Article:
Completed thesis

I submitted my written thesis in early August 2008.  Rather than continue to hold off on posting it for IP reasons, I’m going to opt for the “open is better” attitude and just post it.  I hope that this will encourage people to chat with me about where this research stands, where it’s going, and how they can get involved.

If this is your first visit to this site, I’ll briefly catch you up: This is a blog for my Masters thesis at the MIT Media Lab, on a music browser called MusicBox.  In this blog, you can find screenshots and videos of the project, which show the interactive maps that MusicBox creates.

I intend to continue developing MusicBox in the coming year, but will likely not update this blog with the developments, since the project as a thesis is complete.  Once I decide where I will post updates, I will add a link here.  (The new place will have a more complete set of screenshots and videos.)

If you would like to read my written thesis (10.2 MB, 124 pages), you can download the PDF.  Feel free to send me feedback, either by posting a comment here or by emailing me.


Here is what MusicBox looked like at the time my thesis was submitted:

MusicBox screenshot

 

A quick guide to the parts of this interface is displayed here:

(See my written thesis for much more detail.)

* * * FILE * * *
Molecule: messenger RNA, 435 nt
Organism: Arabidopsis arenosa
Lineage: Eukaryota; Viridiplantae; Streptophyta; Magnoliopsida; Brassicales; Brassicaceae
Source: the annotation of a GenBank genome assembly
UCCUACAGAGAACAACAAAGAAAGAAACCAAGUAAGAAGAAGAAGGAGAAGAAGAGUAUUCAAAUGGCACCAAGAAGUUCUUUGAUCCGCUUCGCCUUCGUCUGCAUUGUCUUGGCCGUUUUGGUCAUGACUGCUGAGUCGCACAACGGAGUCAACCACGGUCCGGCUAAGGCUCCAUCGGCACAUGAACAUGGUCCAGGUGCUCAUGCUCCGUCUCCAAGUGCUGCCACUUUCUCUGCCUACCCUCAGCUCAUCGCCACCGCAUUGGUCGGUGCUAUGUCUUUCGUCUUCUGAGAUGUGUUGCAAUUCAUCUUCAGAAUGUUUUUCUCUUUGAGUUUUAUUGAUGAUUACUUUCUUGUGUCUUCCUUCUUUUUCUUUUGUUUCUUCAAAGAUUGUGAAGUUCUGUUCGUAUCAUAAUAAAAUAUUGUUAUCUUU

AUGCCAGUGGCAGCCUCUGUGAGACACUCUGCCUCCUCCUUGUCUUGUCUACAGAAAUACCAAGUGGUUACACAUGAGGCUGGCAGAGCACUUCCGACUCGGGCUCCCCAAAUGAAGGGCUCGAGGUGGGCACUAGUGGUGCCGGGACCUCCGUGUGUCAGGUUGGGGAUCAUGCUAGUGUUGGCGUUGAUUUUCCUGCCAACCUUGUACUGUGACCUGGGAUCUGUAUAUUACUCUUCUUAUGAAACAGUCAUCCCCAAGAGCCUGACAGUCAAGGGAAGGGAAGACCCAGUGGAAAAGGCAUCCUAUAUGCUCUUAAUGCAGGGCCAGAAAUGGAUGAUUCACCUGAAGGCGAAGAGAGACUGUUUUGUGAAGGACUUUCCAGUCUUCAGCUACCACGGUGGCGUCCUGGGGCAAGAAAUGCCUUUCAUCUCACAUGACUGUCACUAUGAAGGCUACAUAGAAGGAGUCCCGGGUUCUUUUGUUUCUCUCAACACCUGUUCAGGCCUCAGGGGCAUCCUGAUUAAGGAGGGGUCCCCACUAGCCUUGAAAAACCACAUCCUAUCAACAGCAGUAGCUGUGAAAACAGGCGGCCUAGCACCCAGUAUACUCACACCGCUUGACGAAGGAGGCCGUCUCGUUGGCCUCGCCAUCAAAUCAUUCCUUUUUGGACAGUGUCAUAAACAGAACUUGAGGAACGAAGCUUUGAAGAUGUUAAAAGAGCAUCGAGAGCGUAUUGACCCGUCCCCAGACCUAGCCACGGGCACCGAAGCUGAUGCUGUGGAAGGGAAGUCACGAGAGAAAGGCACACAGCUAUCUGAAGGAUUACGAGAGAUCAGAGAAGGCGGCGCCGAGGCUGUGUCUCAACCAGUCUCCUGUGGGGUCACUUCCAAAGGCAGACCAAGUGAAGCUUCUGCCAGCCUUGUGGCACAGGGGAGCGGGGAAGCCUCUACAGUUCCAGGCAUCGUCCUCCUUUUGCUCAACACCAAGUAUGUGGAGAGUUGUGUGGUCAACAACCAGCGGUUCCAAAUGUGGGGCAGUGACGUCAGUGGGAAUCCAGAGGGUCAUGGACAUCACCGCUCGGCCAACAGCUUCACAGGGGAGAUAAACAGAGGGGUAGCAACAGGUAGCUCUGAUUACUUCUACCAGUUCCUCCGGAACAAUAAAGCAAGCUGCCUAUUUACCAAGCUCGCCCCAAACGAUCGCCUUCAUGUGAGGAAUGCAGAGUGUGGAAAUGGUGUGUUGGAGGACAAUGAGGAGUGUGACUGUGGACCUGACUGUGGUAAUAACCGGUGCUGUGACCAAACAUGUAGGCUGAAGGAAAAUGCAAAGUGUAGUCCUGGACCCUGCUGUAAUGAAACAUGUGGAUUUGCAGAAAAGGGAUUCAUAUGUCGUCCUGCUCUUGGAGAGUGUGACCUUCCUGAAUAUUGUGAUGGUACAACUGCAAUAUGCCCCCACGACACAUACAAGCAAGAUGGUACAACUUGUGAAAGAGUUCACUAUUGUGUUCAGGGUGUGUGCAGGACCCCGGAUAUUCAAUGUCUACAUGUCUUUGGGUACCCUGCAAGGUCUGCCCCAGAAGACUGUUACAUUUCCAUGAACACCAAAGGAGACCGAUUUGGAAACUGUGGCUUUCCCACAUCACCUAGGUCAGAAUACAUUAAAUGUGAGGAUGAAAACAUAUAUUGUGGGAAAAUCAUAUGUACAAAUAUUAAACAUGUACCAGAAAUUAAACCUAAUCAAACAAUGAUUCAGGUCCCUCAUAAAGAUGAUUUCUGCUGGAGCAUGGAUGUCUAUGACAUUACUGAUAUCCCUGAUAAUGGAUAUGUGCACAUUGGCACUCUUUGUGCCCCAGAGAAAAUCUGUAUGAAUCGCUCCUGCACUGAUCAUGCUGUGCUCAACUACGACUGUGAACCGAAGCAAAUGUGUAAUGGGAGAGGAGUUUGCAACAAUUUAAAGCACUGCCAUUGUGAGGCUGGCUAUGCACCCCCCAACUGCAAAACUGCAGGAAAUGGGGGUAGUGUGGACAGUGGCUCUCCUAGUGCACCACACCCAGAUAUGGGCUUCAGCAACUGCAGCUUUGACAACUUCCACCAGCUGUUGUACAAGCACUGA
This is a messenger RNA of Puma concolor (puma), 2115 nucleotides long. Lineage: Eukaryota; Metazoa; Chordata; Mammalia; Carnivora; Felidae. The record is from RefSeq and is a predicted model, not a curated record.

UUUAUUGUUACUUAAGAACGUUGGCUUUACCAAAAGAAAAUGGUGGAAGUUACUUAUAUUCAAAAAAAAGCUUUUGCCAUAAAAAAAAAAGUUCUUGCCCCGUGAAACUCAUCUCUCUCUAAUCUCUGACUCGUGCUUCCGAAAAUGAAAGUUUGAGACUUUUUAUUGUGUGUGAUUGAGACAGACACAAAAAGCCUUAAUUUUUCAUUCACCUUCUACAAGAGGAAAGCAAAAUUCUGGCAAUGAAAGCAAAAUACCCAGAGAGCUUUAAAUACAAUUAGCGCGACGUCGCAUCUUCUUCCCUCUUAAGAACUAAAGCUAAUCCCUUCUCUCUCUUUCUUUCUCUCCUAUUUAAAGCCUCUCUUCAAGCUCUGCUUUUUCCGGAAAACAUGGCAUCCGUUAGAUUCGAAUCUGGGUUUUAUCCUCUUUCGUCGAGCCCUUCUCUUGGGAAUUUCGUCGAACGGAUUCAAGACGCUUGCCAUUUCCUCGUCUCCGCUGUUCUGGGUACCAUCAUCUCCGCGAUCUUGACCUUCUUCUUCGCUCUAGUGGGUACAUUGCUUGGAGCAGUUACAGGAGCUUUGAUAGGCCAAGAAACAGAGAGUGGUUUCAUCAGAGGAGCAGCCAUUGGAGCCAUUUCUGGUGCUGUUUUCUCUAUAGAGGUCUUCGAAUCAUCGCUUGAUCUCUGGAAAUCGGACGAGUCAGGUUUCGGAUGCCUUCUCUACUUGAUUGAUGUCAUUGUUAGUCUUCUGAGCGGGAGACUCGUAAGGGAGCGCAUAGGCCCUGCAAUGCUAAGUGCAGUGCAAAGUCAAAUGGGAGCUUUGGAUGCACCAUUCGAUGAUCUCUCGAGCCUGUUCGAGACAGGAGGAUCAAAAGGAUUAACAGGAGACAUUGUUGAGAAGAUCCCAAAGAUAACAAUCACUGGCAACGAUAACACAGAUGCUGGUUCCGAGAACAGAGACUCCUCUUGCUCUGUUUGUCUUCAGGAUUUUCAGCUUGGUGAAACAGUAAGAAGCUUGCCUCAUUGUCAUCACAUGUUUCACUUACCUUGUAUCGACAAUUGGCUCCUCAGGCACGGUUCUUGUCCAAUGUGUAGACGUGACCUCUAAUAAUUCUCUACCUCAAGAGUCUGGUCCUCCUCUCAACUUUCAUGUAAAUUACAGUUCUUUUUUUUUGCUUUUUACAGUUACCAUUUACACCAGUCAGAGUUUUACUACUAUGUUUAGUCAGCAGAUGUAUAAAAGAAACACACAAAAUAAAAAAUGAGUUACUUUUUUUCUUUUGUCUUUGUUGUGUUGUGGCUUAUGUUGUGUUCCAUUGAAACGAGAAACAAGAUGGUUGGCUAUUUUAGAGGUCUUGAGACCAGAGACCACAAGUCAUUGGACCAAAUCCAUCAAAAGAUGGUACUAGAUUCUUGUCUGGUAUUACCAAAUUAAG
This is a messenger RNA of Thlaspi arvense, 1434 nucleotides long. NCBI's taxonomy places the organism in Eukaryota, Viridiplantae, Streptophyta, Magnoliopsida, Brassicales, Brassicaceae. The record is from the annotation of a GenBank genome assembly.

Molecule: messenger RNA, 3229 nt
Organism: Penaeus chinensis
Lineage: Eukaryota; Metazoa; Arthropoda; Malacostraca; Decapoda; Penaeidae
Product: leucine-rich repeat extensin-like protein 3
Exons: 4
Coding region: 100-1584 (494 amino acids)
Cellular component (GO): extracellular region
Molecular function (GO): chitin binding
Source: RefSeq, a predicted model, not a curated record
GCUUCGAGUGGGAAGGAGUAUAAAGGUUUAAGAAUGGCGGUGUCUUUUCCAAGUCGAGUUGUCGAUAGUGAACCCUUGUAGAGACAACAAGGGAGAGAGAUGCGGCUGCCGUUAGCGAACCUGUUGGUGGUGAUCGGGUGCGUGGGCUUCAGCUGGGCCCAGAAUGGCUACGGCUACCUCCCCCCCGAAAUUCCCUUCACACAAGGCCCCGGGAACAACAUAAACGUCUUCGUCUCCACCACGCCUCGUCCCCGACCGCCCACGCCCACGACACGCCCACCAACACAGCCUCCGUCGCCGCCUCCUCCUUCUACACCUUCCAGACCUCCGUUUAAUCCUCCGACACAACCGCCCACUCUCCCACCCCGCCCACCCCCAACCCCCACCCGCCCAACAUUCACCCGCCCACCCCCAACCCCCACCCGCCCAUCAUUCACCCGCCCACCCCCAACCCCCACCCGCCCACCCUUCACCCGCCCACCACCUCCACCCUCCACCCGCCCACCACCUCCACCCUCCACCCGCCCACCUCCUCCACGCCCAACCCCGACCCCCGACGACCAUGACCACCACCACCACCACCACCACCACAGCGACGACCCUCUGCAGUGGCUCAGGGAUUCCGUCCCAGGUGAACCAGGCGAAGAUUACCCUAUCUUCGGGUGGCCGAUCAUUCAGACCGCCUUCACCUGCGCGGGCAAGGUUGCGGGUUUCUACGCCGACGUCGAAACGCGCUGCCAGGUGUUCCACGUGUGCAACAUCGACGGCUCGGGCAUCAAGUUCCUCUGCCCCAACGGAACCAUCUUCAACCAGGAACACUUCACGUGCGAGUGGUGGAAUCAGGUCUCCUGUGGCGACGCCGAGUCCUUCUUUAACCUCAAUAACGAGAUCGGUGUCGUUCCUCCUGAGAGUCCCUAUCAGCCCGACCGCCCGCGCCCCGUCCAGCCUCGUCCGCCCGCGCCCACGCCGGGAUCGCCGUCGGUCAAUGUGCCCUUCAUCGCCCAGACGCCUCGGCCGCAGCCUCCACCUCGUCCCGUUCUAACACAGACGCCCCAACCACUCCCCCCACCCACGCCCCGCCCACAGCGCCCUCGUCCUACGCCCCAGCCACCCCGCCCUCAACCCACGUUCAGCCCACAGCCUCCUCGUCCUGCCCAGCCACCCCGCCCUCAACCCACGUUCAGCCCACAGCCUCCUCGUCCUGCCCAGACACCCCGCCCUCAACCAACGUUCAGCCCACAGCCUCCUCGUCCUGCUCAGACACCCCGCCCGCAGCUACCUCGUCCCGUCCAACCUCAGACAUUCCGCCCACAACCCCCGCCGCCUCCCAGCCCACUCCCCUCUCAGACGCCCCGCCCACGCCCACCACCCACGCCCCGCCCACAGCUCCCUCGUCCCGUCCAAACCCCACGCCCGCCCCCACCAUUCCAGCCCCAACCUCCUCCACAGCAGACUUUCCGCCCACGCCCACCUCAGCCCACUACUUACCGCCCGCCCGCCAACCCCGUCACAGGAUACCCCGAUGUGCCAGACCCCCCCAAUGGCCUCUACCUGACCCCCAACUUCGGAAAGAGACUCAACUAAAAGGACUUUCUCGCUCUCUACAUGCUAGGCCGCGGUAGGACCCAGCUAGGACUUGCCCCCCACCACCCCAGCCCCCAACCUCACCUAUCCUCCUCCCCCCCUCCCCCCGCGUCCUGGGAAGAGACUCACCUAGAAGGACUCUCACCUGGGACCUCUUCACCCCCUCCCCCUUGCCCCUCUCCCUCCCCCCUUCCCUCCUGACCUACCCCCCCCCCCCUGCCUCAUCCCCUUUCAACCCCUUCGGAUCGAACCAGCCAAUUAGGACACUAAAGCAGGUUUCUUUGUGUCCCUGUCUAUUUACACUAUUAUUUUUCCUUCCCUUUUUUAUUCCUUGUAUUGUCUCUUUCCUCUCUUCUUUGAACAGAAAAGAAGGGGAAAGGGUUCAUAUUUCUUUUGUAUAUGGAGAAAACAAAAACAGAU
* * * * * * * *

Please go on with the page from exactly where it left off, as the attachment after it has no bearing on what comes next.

MusicBox screenshot, annotated

3 Comments »

  1. Comment by Brian

    Posted on July 22, 2009 at 3:33 pm

    This is very impressive. The universal reaction from anyone interested in it has been “where can I get this, I’d pay for it”.

    How long does it take for the analyzer to compute the data for each track?

  2. Comment by Anita

    Posted on July 24, 2009 at 9:19 am

    Thanks, Brian :) I’d like to see MusicBox out there as well, so look here for any announcements about it.

    [re: your question...] It takes around 10-20 seconds to analyze the average MP3 file. (“Average” means a few minutes long at medium compression.)

  3. Comment by Jeremy

    Posted on December 2, 2009 at 8:07 pm

    I saw this a while ago, and I was really interested. A thought just occurred to me, that maybe it would be available by now. I’ve googled around, but this is the closest thing I’ve seen to an indication of whether it will be available to the public.

    I (and I’m sure a lot of other people) would be enthralled if this were to go public. Is there something holding you back? Intellectual Property issues? Or is it just not in a state to be distributed?

    Thanks,
    Jeremy

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